In the grand scheme, Part 3 is completely unoffensive popcorn fluff, more fantasy than horror. However, this film loses its grip on Freddy and by losing him, well, let's just say the series can't exactly fall back on stellar performances or ingenious plotting.
A Nightmare on Elm Street Part 4: The Dream Master (1988, Directed by Renny Harlin)
"Oh, who, Freddy? Freddy? Look, I don't want to hear about Freddy, okay. I heard it all from Kristen and I don't want to hear anymore. So just stop it."
Body Count: 6 (Kincaid gets stabbed, Joey turns his waterbed red, Kristen meets a fiery end, Sheila does her best Yaphet-Kotto-at-the-end-of-Live and Let Die impression, Rick gets kung-fu'd up, Debbie has her arms ripped off in a weightlifting session gone horribly wrong before sprouting bug arms and becoming miniaturized and squashed...no, really)
Dream Sequences: Freddy hangs out on the beach. Freddy hangs out in a junkyard the size of the planet. Freddy gives a martial arts lesson. Freddy teaches a class. It turns out that Freddy is like Barbie. He's qualified for every job and always has the right costume!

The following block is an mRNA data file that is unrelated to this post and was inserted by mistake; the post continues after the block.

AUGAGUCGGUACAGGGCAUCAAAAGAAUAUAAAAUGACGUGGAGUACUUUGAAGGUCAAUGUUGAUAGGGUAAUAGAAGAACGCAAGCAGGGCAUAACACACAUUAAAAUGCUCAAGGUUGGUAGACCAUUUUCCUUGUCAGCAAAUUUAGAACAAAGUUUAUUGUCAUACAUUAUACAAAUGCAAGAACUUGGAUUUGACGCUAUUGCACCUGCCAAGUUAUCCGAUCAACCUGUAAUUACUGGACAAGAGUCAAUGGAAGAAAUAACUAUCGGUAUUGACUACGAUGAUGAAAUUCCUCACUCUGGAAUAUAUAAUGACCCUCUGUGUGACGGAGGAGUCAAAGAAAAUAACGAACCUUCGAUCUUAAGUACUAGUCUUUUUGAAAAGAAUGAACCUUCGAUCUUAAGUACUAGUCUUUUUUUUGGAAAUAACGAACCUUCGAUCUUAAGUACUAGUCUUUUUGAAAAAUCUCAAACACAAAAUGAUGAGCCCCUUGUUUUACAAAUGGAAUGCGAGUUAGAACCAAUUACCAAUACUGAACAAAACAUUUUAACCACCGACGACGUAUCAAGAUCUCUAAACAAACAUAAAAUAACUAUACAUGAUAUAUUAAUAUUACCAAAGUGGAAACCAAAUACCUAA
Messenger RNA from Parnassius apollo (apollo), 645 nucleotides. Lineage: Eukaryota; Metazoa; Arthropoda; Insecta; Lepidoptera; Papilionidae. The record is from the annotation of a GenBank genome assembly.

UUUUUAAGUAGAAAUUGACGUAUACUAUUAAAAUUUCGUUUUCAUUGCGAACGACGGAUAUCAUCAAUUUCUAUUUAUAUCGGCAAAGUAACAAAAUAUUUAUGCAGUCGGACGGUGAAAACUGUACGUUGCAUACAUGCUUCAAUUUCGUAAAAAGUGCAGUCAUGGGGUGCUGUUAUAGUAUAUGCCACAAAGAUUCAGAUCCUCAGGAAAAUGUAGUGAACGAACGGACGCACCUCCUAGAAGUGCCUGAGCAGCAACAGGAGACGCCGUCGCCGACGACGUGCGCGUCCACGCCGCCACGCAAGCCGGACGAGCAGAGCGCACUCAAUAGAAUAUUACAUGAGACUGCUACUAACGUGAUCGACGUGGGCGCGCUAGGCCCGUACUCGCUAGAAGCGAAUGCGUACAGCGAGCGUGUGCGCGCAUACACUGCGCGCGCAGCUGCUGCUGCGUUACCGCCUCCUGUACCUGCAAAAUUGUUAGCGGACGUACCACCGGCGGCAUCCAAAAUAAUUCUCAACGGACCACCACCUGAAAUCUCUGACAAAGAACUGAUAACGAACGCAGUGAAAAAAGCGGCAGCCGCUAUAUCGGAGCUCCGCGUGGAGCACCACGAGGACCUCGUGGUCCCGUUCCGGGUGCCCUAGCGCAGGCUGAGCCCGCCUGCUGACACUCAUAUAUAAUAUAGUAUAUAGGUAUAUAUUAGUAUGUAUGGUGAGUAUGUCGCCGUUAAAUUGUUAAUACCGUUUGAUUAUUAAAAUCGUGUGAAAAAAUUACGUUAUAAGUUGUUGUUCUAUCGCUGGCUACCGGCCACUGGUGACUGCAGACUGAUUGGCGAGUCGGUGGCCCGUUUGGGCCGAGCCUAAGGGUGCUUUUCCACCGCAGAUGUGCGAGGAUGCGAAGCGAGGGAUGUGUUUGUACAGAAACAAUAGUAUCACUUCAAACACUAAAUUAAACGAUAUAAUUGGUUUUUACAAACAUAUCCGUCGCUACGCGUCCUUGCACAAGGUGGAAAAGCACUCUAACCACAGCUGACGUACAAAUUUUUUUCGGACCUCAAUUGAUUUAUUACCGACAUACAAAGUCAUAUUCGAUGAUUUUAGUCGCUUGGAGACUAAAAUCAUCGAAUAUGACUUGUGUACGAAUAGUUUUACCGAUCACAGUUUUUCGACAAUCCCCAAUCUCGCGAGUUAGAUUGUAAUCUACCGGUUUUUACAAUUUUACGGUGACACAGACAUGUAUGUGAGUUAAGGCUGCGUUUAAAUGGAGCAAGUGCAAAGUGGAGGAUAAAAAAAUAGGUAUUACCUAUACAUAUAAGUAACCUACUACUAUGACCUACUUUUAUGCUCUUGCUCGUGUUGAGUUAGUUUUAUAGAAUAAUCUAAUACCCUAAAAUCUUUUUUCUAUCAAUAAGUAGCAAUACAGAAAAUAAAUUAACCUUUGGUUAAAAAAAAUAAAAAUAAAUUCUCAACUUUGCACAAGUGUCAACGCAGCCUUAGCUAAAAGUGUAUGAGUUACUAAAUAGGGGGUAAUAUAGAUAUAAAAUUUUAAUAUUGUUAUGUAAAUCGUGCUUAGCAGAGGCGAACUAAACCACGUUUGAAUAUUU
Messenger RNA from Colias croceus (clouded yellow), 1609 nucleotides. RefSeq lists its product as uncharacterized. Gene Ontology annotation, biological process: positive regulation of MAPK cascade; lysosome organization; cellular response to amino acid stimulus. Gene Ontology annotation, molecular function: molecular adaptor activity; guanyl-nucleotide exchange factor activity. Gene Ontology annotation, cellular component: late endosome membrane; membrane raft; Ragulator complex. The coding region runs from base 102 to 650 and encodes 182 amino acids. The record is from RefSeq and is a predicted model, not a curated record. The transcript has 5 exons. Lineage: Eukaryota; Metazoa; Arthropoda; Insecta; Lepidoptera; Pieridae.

Sex and Drugs: Some people date. Naked chick in the waterbed. Sorry to report that there is no serious case of Demon Tongue on display.
Thoughts: Take a look at the "Sex and Drugs" header above. If this were a Friday the 13th movie, there would be a paragraph of text there. Perhaps the most surprising thing about the Nightmare on Elm Street series is its real lack of nudity/sex and drugs for a 1980s horror series. Now, I'm not saying I want every horror movie I watch to be filled with boobs and bongs, but I think it's interesting to note that this kind of content decreases as the series continues, as it becomes more "kid friendly."